winter quarters, some of the companies being constantly on the road escorting supply trains to the cantonment at the mouth, of the Tongue River now Fort Keogh. In September Companies E and F were ordered to Custer Creek, and early in October they went to Tongue River for station.
On October 10th an escort to a wagon train, consisting of Companies C, 17th, and G, H and K, 22d Infantry, left Glendive for the cantonment on Tongue River; that night camp was made on Spring Creek, about fourteen miles distant. At three o'clock the next morning the camp was attacked, with a galling fire, by a large number of Indians, which attack was repulsed, but the mules became excited and many of them broke loose, over forty of them escaping from the corral, and failing into the hands of, the Indians. The train was so crippled and the Indian force increased so in numbers by recruits, that the command was compelled to return to Glendive. Upon the return of the train, Col. E. S. Otis, the commanding officer at Glendive, reorganized it and on the 14th set out with it for Tongue River, with a command consisting of Companies C and G, 17th, and G, H and K. 22d Infantry. At 7 o'clock on the morning of the 15th, fifteen miles above Glendive, it was attacked by about one thousand Indians, and a desperate fight ensued lasting until 7 o'clock in the evening, during which time the train advanced several miles until, reaching a high plateau, it went into camp. The Indians practised every artifice to capture the train, among other things setting the prairie on fire, through which the troops and train had to pass. Considerable damage was inflicted upon the Indians, but the exact facts were never ascertained. Several men of the escort were wounded, but none killed. Private Donahoe, Company G, who was wounded July 29th, was again wounded in this fight. It was expected that the Indians would renew their attack in the morning, for we knew they were not far distant and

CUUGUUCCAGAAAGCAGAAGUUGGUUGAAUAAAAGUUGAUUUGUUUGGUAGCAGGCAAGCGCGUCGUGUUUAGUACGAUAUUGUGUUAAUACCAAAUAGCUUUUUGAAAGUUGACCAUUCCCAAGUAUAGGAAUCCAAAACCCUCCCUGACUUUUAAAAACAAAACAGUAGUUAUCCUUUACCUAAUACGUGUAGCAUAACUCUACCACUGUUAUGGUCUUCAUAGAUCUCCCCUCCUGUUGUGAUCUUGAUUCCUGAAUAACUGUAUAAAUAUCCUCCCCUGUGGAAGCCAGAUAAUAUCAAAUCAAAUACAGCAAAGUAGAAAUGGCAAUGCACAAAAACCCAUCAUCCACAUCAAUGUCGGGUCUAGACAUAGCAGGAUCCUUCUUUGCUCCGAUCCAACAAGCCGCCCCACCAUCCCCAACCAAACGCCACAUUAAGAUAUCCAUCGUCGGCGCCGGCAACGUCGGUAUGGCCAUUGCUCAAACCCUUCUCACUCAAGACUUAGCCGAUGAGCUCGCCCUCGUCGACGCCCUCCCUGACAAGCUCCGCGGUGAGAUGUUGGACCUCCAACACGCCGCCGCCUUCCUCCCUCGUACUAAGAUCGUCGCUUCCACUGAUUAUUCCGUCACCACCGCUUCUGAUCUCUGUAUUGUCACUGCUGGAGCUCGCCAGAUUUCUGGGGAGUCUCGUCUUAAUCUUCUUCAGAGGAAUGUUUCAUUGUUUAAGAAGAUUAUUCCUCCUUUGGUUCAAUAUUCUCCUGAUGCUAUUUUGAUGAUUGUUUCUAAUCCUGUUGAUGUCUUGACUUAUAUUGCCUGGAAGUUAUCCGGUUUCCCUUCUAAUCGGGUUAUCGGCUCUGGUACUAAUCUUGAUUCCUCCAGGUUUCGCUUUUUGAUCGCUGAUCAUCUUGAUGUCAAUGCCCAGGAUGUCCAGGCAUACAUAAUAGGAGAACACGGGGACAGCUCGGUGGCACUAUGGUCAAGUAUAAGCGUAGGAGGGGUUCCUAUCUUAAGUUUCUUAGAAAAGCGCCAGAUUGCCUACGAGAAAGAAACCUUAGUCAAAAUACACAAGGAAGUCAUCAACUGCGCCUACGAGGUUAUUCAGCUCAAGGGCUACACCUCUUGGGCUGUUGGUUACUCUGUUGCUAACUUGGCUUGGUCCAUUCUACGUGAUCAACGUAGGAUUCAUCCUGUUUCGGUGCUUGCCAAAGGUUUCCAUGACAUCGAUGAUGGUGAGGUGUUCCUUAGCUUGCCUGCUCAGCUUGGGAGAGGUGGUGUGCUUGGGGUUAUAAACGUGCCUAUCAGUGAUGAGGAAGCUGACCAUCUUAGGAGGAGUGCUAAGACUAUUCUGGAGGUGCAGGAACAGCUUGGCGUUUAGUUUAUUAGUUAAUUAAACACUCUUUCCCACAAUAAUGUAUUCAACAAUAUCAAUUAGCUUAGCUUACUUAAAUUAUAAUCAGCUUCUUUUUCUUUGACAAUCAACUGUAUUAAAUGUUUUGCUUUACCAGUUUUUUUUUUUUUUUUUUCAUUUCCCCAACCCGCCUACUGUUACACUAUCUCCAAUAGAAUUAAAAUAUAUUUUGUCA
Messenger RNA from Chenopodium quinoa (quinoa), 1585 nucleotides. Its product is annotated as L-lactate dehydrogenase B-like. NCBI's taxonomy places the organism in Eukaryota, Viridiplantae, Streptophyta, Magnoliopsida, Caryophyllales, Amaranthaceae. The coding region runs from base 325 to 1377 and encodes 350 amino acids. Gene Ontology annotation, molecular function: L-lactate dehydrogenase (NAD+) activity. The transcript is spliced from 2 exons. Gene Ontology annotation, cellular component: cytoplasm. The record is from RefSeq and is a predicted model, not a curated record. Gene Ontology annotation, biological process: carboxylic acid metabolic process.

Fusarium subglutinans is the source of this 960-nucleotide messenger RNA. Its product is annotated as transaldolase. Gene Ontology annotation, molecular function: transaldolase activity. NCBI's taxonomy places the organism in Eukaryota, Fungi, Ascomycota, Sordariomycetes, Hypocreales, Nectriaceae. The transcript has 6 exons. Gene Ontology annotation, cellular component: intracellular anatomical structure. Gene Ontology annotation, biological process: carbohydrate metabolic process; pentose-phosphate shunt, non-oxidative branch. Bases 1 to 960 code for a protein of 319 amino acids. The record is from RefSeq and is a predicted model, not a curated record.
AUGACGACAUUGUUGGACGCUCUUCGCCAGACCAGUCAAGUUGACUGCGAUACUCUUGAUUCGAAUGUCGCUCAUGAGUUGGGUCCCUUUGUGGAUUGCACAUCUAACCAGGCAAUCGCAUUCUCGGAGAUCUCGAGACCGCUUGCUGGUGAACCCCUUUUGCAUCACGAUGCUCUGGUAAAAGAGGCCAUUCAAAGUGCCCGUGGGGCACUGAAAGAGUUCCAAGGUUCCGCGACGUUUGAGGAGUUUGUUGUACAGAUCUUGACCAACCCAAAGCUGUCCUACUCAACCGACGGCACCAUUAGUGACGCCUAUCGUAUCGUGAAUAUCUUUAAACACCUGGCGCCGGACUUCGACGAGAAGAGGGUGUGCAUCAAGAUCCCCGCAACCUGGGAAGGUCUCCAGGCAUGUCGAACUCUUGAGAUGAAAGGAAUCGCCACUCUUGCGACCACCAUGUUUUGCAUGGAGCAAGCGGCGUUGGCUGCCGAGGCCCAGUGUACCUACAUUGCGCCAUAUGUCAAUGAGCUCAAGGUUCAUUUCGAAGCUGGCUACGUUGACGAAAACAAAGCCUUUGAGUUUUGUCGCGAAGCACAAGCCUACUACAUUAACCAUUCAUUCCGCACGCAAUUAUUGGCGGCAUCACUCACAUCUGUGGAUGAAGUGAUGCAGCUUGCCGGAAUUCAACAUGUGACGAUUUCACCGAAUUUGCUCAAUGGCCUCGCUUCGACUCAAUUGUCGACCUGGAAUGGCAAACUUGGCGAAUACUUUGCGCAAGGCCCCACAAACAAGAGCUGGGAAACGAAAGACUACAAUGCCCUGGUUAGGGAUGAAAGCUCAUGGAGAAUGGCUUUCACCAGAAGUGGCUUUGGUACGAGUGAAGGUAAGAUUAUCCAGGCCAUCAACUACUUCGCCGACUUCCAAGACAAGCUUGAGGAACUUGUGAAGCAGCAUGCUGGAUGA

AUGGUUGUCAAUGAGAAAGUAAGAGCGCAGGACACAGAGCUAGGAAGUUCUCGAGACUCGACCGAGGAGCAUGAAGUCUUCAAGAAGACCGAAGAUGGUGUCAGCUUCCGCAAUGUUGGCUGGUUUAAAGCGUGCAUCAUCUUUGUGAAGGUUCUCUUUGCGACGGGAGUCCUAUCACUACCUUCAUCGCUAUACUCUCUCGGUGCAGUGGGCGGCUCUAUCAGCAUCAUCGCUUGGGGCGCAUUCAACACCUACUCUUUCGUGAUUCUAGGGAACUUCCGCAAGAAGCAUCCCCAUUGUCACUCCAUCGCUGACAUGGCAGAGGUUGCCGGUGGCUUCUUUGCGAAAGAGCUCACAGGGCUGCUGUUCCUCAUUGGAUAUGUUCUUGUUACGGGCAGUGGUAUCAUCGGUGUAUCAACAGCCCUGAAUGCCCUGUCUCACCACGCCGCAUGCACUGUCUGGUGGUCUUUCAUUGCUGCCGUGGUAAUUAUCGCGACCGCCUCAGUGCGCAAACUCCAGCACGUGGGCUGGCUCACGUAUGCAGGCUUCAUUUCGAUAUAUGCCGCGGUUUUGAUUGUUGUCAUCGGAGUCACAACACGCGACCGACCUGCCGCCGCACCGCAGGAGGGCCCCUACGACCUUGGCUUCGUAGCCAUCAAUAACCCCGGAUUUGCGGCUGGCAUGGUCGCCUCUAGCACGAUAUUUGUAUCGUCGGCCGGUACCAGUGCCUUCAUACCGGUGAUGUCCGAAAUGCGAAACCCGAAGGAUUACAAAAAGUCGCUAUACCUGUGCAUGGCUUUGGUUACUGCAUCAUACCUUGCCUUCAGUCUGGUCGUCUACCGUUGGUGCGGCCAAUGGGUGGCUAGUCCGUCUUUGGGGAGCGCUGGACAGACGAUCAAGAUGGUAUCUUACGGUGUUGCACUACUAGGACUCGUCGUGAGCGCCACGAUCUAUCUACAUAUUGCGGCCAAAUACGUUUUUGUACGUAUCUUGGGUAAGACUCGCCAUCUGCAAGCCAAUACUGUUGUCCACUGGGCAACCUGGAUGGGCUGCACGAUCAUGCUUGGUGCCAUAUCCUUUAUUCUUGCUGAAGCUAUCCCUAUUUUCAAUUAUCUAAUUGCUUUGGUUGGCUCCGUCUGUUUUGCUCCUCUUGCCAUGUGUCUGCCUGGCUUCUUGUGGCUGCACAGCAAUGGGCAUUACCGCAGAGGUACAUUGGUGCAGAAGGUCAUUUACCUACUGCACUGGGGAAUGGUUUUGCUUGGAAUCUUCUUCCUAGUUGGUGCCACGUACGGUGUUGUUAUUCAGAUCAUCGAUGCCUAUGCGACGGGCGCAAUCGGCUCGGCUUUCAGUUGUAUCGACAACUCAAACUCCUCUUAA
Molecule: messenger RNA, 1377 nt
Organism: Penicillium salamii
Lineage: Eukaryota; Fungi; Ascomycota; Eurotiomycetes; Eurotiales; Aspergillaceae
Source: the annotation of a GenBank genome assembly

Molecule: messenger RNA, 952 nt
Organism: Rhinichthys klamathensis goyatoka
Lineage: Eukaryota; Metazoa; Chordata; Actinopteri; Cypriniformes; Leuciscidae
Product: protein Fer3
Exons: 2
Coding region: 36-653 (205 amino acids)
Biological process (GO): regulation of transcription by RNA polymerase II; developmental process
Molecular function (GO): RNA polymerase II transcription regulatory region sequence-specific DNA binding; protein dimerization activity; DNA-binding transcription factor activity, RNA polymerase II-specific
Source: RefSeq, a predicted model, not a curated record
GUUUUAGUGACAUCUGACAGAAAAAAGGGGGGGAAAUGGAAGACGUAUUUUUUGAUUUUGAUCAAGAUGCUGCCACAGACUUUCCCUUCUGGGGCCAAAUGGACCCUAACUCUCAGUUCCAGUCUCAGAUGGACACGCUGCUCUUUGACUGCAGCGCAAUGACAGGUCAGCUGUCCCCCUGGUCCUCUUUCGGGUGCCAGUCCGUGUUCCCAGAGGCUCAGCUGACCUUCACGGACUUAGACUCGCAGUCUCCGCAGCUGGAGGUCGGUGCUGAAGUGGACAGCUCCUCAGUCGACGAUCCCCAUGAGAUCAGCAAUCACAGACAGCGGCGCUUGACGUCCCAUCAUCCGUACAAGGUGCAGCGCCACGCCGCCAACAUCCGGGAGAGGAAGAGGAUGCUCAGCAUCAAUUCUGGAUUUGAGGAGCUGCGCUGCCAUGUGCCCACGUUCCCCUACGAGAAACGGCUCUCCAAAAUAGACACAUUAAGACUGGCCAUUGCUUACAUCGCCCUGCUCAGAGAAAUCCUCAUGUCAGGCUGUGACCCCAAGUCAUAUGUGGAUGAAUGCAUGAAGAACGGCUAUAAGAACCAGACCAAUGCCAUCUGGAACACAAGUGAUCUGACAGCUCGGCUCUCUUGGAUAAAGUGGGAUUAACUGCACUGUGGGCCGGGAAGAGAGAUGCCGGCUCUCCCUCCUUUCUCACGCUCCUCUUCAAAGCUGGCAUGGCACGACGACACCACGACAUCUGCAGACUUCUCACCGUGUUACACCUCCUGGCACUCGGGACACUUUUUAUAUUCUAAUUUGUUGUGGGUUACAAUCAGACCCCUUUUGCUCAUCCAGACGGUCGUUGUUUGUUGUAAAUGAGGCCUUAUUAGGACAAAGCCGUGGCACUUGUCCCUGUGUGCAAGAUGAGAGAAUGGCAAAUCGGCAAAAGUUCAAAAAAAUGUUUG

by the first light could see them mounted in large numbers on our left flank. Shortly after the journey had been resumed a runner approached and left a
written communication upon a hill to the front, which was taken to Colonel Otis by a scout; it read as follows :
I want to know what you are doing travelling on this road. You scare all the buffalo away. I want to hunt on the place. I want you to turn back from here. If you don't I'll fight you again. I want you to leave what you have got here, and turn back from here.